2. Family. In Our First Ever Family Weekend of Wonderfulness, Elle Steele Bustamante writes about a ride she and her husband, along with their two young boys in tow, took from Sacramento to Folsom Lake on the American River Bike Trail. "Really, picture a nearby campground," Elle writes. "You probably wouldn't ever think to camp there as, let's face it, your own bed is much more comfortable. However, getting there by bike with all your gear strapped to the back -- that's wonderfully worthwhile." And reading Elle's story is wonderfully worthwhile, too.
3. Urban. Not all Bike Overnights take place in rural settings. Writes Byron Rushing in Atlanta to Stone Mountain Park, "Atlanta can be a tough town for cycling. In-town riding is accessible and convenient, but big roads and long distances often preclude comfortable trips beyond the city. However, the Stone Mountain Trail provides a nearly seamless connection from the inner neighborhoods to the state's most-visited park." The caption under one of Byron's photos captures what is perhaps his favorite advantage of a quick bike trip: "Overnighters mean not missing Sunday brunch with my sweetie."
4. Rail-trail. A favorite story of many readers, regardless of category, is Dreams of Herons on the I&M Canal Towpath (technically not on a rail-trail, but just about the same thing). In it, Bob Morgan writes eloquently about taking his eight-year-old grandson on an adventure: "He is a child of cities -- born in Milwaukee, living now in Chicago. He’s familiar with zoos and aquariums, museums and libraries, theaters and concert halls and galleries. His parents’ careers dictate city life at this point, so the boy’s outdoors consists of concrete canyons, city parks and playgrounds, urban rodents and pigeons. I take it as my duty to acquaint him with forests and prairies, rivers and lakes, and the creatures that crawl and leap and fly across the land."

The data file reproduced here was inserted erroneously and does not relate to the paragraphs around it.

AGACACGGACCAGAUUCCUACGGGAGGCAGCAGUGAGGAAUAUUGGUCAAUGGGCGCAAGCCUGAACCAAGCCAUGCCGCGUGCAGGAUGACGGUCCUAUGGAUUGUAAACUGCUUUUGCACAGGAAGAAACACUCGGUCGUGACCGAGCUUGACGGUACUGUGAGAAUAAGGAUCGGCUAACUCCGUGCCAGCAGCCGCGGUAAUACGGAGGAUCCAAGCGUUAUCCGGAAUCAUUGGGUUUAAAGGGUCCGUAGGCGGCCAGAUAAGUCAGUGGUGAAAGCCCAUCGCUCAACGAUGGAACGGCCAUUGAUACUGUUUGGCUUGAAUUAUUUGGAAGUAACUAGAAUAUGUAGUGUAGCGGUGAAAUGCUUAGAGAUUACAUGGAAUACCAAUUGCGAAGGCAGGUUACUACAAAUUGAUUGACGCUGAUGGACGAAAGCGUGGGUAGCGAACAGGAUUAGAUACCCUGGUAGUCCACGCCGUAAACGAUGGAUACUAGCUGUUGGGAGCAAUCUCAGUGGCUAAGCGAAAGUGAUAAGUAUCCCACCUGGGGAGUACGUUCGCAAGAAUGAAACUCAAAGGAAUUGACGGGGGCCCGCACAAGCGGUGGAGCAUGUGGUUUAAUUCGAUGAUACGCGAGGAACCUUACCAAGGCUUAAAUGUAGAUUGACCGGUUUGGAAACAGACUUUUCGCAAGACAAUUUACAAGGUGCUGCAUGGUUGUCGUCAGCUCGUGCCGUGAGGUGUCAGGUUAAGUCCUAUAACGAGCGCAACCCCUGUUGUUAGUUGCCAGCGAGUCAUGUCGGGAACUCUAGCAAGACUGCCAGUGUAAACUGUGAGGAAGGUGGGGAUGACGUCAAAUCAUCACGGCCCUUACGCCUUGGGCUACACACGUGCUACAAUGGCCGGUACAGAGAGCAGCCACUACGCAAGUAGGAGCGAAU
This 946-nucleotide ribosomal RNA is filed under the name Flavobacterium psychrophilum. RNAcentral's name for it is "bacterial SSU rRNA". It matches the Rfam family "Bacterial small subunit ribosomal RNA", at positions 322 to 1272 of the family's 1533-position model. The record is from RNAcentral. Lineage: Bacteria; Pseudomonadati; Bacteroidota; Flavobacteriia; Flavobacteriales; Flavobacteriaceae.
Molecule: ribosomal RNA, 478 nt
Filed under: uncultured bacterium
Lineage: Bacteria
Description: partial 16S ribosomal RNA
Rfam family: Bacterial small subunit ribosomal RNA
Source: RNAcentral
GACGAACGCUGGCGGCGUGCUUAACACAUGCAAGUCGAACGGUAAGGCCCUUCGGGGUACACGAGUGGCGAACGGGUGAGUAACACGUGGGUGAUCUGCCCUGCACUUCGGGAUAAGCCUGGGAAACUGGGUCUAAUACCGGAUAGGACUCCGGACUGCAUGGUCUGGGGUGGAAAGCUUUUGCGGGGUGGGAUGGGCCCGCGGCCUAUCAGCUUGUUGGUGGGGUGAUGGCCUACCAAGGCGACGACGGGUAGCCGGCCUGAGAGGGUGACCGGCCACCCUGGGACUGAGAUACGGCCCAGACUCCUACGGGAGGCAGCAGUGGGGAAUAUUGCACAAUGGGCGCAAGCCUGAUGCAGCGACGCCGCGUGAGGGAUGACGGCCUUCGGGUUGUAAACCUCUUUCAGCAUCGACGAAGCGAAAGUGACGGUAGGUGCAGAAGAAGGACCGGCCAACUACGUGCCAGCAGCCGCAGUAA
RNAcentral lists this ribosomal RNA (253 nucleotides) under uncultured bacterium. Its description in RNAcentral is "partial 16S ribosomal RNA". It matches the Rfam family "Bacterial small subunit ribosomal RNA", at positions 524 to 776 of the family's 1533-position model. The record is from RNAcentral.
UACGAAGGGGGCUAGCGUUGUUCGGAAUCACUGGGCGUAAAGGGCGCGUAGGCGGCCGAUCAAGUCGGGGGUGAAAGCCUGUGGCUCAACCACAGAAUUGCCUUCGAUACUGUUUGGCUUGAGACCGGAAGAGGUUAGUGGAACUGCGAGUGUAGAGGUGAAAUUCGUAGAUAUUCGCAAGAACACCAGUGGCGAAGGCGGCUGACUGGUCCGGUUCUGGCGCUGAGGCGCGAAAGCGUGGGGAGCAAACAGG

5. Unique. Each and every Bike Overnight outing is unique, of course, but none is more unusual than A Trip to the Treehouses, by Kent "Mountain Turtle" Peterson. Kent and his wife ride to TreeHouse Point, located along the Raging River only a few miles from their home in Issaquah, Washington. "While some of the TreeHouses are huge and quite luxurious, our favorite TreeHouse -- the one that made Christine squeal with delight and say, 'Oh, I want one!' -- is a high perch known as the Hermitage. It's just big enough for a single chair and a small desk, and offers an incredible view of the river. The stairs leading up to the Hermitage are counter-balanced with a rope-and-river-rock mechanism that lets them pivot up for complete privacy."
Bonus #6: Off-Road. After coming up with five categories, I realized this sixth one should be included, as well. Some of the best Bike Overnights lack pavement and dish up spectacular scenery, like this New Zealand landscape in Paul Smith's story about a ride in the Rock and Pillar Range. The overnighter was so fun, so special, that it even ruined Paul for racing: "And what of my 12-hour solo race the following day?" he writes in closing his tale. "It ended after four hours. My heart was still up in the Rock and Pillar Range. I retired from racing that day and vowed to spend more time exploring backcountry New Zealand with my bike."
Indeed, a Bike Overnight can be a life-changer. Where and when was your favorite, or where and when will your first one take place?
Photo credits, from top to bottom: Julie Huck, Heather Andrews, Elle Steele Bustamante, Byron Rushing, Michael McCoy, Kent Peterson, Mike Wilson.
Start with a good weather forecast, add a room reservation at Mt. Rainier National Park's Paradise Inn and some bicycles, and you've got a recipe for a most excellent sub-24-hour Bike Overnight.
Our intention was to follow the grueling RAMROD route, but in two days instead of one. We would ride in a counter-clockwise fashion, 150 miles or so around the park, pedaling over two major hills for a total elevation gain of more than 10,000 feet. Some people call this two-day ride “wimp-rod," but with loaded touring bikes, it’s anything but wimpy!